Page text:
The proposed funding for Everett is part of Murray’s effort to boost federal investments to combat opioid abuse nationwide.

“At the federal level, we are looking at everything from helping communities with response, to how we can have preventative services available and also how we can help stop the precursor drugs coming into our border,” she said.

Meanwhile, the YMCA hopes to use $943,000 in federal support to help increase staff wages and create five more early learning centers in Everett, Marysville, Monroe, Mukilteo and Stanwood.

Most zip codes in Snohomish County are considered child care deserts, according to data from the state Department of Children, Youth and Families. The county and its cities have allocated more than $20 million to increase child care access, but there’s still a need for at least 9,600 slots. And even when there are spots, they’re expensive. Early age child care and learning centers cost about 13% to 21% of the median monthly income in the county, according to a report Child Care Aware of Washington published last June.

“Child care really is in crisis here in this community and across the country,” Murray said. “It’s a crisis for families who can’t find child care, or for the kids who are not in a safe place. It’s a crisis for our businesses who can’t hire people because they don’t have any child care and they can’t come to work.”

About 150 providers in Snohomish County shuttered during the pandemic. Costs to run child care and early learning centers are “sky high,” said Peyton Tune, president of the local YMCA.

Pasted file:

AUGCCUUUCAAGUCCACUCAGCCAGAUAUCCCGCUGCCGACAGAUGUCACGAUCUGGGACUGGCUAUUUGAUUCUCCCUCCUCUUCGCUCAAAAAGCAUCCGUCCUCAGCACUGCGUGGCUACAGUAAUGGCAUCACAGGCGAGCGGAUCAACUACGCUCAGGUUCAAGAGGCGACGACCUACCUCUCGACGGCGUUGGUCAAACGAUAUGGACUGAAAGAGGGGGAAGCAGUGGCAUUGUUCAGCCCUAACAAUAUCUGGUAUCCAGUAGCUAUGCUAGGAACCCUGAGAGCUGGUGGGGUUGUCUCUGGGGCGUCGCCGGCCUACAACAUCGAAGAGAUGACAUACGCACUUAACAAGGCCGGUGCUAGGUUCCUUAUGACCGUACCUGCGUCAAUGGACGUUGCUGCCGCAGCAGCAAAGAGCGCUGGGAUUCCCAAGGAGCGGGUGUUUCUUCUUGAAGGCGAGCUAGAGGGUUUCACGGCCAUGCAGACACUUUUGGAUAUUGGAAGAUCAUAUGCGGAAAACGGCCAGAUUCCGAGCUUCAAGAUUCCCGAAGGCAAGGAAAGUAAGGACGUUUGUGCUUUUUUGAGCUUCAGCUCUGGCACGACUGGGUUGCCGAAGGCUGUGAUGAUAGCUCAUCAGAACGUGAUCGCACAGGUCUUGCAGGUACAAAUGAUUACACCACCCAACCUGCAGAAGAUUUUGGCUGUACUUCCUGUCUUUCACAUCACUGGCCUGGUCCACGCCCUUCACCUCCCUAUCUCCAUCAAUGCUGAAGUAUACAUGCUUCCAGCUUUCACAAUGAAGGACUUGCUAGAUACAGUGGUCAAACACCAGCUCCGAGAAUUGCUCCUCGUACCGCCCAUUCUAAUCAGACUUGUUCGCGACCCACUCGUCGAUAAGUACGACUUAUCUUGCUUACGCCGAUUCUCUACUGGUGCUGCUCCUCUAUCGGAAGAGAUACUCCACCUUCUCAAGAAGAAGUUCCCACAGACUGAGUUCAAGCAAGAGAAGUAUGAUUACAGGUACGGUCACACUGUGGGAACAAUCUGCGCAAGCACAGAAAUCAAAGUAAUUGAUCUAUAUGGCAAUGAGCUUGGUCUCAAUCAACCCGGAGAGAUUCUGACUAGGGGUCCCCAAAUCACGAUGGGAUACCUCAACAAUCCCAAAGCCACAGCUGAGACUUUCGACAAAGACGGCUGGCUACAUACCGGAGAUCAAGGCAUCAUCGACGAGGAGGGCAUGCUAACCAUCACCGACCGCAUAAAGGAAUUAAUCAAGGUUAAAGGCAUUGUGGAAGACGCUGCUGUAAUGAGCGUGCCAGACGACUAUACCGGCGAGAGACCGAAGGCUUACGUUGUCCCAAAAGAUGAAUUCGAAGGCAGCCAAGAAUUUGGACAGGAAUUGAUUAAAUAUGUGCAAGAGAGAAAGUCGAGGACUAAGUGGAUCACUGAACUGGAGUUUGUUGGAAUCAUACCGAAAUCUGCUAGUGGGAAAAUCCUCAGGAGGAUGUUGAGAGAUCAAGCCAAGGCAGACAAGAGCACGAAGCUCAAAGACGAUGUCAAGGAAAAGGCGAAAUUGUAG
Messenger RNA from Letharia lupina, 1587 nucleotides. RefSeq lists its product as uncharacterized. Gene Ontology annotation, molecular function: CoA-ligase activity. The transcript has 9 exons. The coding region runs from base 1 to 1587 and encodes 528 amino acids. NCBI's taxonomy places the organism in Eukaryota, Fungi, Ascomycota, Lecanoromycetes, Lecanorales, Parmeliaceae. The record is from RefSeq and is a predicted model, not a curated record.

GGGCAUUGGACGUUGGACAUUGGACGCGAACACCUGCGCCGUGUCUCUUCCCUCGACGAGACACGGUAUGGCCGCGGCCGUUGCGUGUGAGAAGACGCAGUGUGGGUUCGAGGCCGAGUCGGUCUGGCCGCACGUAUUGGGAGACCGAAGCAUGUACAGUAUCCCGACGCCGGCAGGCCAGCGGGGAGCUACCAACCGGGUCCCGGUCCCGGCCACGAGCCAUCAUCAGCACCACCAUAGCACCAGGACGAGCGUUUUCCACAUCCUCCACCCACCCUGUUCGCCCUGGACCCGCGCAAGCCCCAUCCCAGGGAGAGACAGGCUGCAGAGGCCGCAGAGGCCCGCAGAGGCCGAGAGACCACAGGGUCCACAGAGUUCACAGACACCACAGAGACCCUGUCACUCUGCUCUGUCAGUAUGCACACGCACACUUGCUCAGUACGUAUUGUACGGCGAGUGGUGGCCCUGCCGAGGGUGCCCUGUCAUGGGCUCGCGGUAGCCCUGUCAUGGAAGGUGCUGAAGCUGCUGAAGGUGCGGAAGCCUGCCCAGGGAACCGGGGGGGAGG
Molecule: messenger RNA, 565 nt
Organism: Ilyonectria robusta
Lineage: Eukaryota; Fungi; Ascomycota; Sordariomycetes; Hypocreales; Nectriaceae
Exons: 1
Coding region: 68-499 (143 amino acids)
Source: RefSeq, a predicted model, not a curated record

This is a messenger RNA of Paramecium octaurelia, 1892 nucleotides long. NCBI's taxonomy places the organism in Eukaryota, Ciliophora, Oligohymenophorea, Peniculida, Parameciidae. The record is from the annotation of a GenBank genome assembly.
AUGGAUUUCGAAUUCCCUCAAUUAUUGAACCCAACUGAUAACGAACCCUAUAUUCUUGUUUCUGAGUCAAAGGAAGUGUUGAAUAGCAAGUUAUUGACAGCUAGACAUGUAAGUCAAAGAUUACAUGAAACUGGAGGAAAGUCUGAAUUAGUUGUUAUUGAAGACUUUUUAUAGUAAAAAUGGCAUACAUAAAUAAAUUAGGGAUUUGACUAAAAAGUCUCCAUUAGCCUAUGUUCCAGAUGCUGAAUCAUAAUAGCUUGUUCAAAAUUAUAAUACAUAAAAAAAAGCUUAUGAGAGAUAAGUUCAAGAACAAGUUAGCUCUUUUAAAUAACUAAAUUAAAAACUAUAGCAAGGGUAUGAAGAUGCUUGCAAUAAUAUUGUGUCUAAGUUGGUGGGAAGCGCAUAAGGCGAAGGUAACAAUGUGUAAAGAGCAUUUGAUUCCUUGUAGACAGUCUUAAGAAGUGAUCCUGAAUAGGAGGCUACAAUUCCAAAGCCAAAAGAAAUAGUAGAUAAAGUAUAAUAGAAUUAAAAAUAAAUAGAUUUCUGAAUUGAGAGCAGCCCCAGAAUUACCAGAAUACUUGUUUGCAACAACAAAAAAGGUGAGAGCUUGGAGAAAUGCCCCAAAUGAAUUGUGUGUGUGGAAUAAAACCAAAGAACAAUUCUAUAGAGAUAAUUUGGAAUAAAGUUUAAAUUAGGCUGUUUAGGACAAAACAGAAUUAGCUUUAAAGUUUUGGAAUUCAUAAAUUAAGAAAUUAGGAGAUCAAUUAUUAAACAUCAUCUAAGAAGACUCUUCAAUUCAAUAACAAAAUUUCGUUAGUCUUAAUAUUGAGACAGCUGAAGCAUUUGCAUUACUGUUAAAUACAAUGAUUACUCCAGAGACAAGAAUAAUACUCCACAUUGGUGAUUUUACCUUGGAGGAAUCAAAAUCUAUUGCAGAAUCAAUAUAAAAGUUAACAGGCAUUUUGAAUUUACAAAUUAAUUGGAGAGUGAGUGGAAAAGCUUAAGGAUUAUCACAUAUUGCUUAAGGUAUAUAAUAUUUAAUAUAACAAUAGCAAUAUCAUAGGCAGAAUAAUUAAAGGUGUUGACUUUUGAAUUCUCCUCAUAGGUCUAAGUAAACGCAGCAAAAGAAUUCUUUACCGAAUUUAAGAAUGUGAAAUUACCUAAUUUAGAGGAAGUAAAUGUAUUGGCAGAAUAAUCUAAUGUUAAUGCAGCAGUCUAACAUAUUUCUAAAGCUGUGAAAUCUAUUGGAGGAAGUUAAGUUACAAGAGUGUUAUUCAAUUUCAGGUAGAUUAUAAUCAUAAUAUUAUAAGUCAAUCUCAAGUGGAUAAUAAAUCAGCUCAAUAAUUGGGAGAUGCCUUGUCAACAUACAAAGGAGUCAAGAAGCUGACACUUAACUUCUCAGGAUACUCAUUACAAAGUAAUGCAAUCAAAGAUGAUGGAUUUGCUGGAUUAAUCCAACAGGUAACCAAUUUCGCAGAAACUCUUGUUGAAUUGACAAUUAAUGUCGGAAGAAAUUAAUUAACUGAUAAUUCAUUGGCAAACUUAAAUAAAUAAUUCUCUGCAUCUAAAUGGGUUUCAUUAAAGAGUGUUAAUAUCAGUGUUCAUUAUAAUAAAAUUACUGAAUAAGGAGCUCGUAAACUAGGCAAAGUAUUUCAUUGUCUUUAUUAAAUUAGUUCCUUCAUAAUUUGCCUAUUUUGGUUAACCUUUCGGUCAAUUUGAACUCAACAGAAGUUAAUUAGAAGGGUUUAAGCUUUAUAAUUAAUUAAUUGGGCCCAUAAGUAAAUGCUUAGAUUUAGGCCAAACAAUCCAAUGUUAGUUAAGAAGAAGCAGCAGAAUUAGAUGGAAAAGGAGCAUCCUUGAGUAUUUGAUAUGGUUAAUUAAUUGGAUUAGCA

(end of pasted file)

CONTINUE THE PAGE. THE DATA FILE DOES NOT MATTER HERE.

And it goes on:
Sen. Patty Murray looks over the playground outside the Everett YMCA during a tour of the facility Thursday, Feb. 22, 2024, in Everett, Washington. (Ryan Berry / The Herald)

Sen. Patty Murray looks over the playground outside the Everett YMCA during a tour of the facility Thursday, Feb. 22, 2024, in Everett, Washington. (Ryan Berry / The Herald)

Startup costs for a new center can add up to $2.2 million. The YMCA’s early learning program currently operates at a net loss, and the nonprofit would need to spend about $470,000 more each year to provide equitable wages to early learning staff. Staff make $8,730 less than the region’s average wage, and at least $16,993 less than other educators with the same qualifications, according to YMCA data.

“If we increase the cost, that has to be covered by somebody, likely the family,” said Jennifer Willows, the YMCA’s chief development officer. “And all that does is increase the burden on a family who already is stretched.”

Murray has championed the Child Care for Working Families Act, a federal measure to ensure families pay no more than 7% of their salary on child care, educators earn livable wages and communities have more child care options. The proposed act would provide federal subsidies to child care and early learning centers while keeping costs low for families. But after seven years, the bill still hasn’t passed.

Congress must decide on a final spending deal, including Murray’s plan to allocate millions to Everett and the YMCA, by March 1.

Sydney Jackson: 425-339-3430;; Twitter: @_sydneyajackson.